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August 22, 2011 6:44 pm
Every few miles along the Iowa Interstate Railroad’s route from Council Bluffs, Iowa towards Chicago, two things mark the start of another town. On the track’s northern side, there will be a grain elevator. On its south is generally an unused red-brick passenger station with the words “Rock Island” on the gable end.
The stations are a reminder of the present Iowa Interstate’s roots in one of the darkest chapters of US railroad history – the collapse into bankruptcy and eventual closure of the Chicago, Rock Island and Pacific Railroad between 1975 and 1980, amid the railroad system’s then heavy-handed regulation.
The current rude health of the route – equipped with the latest General Electric diesel engines, often hauling trains 120 cars long – testifies to the often unheralded success of the US’s hundreds of regional and shortline railroads since the system’s 1980 deregulation. The small, local operations – often spun out of Class Is (a railroad with more than $380m in annual revenue) in the years after deregulation – tend to be far better than the large railroads at understanding small, local customers’ needs and meeting them cost-effectively.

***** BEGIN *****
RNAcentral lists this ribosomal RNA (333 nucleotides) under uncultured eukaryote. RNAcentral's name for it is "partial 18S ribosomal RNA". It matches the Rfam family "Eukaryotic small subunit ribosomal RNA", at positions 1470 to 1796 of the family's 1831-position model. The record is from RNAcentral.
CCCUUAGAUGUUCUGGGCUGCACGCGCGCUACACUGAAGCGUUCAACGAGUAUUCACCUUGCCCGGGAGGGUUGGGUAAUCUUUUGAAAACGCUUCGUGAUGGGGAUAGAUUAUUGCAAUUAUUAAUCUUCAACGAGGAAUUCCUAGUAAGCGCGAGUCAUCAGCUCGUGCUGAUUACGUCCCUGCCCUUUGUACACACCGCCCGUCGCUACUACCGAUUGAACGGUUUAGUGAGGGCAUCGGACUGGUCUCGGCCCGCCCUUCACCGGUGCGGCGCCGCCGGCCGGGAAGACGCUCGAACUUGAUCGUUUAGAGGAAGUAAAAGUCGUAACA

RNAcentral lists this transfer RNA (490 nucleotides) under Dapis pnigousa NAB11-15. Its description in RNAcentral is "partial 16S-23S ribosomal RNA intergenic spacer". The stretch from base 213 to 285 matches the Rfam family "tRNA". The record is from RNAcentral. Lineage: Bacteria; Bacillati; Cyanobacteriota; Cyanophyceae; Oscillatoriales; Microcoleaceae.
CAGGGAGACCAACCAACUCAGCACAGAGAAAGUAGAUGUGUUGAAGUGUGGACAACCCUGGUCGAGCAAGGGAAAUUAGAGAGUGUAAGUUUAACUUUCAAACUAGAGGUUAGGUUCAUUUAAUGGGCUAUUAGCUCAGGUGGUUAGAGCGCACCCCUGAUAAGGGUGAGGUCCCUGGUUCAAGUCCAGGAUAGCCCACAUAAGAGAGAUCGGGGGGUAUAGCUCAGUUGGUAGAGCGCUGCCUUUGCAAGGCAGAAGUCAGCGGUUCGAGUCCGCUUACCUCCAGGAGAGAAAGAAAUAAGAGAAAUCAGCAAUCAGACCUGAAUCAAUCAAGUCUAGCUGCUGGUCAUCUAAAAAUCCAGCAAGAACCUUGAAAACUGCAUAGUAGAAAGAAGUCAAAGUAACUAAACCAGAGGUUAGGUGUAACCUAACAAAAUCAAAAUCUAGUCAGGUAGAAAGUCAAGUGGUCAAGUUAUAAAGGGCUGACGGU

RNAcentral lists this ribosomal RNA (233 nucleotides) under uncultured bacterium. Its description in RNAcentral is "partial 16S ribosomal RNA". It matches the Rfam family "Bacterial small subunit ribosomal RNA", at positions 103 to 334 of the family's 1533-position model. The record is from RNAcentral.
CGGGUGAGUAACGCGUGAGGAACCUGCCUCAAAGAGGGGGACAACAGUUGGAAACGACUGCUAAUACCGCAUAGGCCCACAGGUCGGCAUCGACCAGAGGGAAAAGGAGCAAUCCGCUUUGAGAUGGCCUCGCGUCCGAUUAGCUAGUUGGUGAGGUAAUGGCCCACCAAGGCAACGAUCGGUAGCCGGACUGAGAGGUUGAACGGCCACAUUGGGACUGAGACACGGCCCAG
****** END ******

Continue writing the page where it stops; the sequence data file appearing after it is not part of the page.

According to John Giles, chief executive of Rail America, a listed company operating 43 shortlines across the US, these entities work well when they fit in with the unique needs of the local area’s economy and co-operate with the area’s Class Is to generate new traffic.
“We put our heads together and figure out how we can collectively compete,” Mr Giles says.
In the Iowa Interstate’s case, Henry Posner, a railway entrepreneur, bought the 592-mile route from the Rock Island’s liquidator in 1984, with backing from local business and government interests.
The railroad has benefited in recent years not only from strong demand for the region’s grain but also booming demand for ethanol produced in plants along the line. The company continues to pursue a policy of “industrial development”, persuading factories to set up next to the line, Mr Posner says.
Many customers prefer setting up next to a relatively minor railroad, Mr Posner adds, because they can retain a choice about which connecting Class I will handle their long-distance movements.
“If a customer on our railroad were shipping to some place in the west, it might well be a destination served by both the Union Pacific and BNSF,” Mr Posner says. “So we would have the effect of creating competition for that customer.”
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